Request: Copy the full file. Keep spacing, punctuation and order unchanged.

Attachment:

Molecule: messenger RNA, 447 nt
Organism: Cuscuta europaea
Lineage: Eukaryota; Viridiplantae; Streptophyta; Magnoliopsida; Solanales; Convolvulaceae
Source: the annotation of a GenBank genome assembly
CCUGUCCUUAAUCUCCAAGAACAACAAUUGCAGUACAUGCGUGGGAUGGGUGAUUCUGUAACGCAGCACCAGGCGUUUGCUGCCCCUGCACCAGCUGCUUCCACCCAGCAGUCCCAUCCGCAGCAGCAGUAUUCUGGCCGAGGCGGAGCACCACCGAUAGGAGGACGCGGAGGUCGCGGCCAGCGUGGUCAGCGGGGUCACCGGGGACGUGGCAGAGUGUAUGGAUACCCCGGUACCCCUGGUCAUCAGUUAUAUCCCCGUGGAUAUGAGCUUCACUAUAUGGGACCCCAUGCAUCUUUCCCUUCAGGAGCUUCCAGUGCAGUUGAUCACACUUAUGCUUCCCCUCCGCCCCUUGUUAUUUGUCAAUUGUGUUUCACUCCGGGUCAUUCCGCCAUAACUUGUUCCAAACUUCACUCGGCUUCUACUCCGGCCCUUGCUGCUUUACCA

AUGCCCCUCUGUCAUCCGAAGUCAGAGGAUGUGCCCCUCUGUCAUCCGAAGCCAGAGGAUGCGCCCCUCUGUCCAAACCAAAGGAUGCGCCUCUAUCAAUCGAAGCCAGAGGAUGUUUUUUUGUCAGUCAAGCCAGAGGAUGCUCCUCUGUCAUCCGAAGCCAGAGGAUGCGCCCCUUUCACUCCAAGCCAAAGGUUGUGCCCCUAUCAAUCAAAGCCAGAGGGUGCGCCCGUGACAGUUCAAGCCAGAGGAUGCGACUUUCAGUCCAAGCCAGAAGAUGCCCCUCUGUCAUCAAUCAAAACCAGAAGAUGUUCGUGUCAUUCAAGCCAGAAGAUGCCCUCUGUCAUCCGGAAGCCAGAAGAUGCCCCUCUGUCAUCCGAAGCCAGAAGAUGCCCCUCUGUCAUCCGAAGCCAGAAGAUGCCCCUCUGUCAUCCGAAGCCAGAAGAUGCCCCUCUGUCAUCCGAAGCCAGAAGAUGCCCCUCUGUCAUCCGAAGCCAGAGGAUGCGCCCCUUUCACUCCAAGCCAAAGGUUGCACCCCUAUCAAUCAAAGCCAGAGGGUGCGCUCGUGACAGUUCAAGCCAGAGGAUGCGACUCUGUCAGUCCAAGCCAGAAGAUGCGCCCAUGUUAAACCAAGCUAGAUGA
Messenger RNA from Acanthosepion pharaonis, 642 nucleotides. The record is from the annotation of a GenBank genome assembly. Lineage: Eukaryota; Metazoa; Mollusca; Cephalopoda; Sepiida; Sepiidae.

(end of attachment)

Molecule: messenger RNA, 447 nt
Organism: Cuscuta europaea
Lineage: Eukaryota; Viridiplantae; Streptophyta; Magnoliopsida; Solanales; Convolvulaceae
Source: the annotation of a GenBank genome assembly
CCUGUCCUUAAUCUCCAAGAACAACAAUUGCAGUACAUGCGUGGGAUGGGUGAUUCUGUAACGCAGCACCAGGCGUUUGCUGCCCCUGCACCAGCUGCUUCCACCCAGCAGUCCCAUCCGCAGCAGCAGUAUUCUGGCCGAGGCGGAGCACCACCGAUAGGAGGACGCGGAGGUCGCGGCCAGCGUGGUCAGCGGGGUCACCGGGGACGUGGCAGAGUGUAUGGAUACCCCGGUACCCCUGGUCAUCAGUUAUAUCCCCGUGGAUAUGAGCUUCACUAUAUGGGACCCCAUGCAUCUUUCCCUUCAGGAGCUUCCAGUGCAGUUGAUCACACUUAUGCUUCCCCUCCGCCCCUUGUUAUUUGUCAAUUGUGUUUCACUCCGGGUCAUUCCGCCAUAACUUGUUCCAAACUUCACUCGGCUUCUACUCCGGCCCUUGCUGCUUUACCA

AUGCCCCUCUGUCAUCCGAAGUCAGAGGAUGUGCCCCUCUGUCAUCCGAAGCCAGAGGAUGCGCCCCUCUGUCCAAACCAAAGGAUGCGCCUCUAUCAAUCGAAGCCAGAGGAUGUUUUUUUGUCAGUCAAGCCAGAGGAUGCUCCUCUGUCAUCCGAAGCCAGAGGAUGCGCCCCUUUCACUCCAAGCCAAAGGUUGUGCCCCUAUCAAUCAAAGCCAGAGGGUGCGCCCGUGACAGUUCAAGCCAGAGGAUGCGACUUUCAGUCCAAGCCAGAAGAUGCCCCUCUGUCAUCAAUCAAAACCAGAAGAUGUUCGUGUCAUUCAAGCCAGAAGAUGCCCUCUGUCAUCCGGAAGCCAGAAGAUGCCCCUCUGUCAUCCGAAGCCAGAAGAUGCCCCUCUGUCAUCCGAAGCCAGAAGAUGCCCCUCUGUCAUCCGAAGCCAGAAGAUGCCCCUCUGUCAUCCGAAGCCAGAAGAUGCCCCUCUGUCAUCCGAAGCCAGAGGAUGCGCCCCUUUCACUCCAAGCCAAAGGUUGCACCCCUAUCAAUCAAAGCCAGAGGGUGCGCUCGUGACAGUUCAAGCCAGAGGAUGCGACUCUGUCAGUCCAAGCCAGAAGAUGCGCCCAUGUUAAACCAAGCUAGAUGA
Messenger RNA from Acanthosepion pharaonis, 642 nucleotides. The record is from the annotation of a GenBank genome assembly. Lineage: Eukaryota; Metazoa; Mollusca; Cephalopoda; Sepiida; Sepiidae.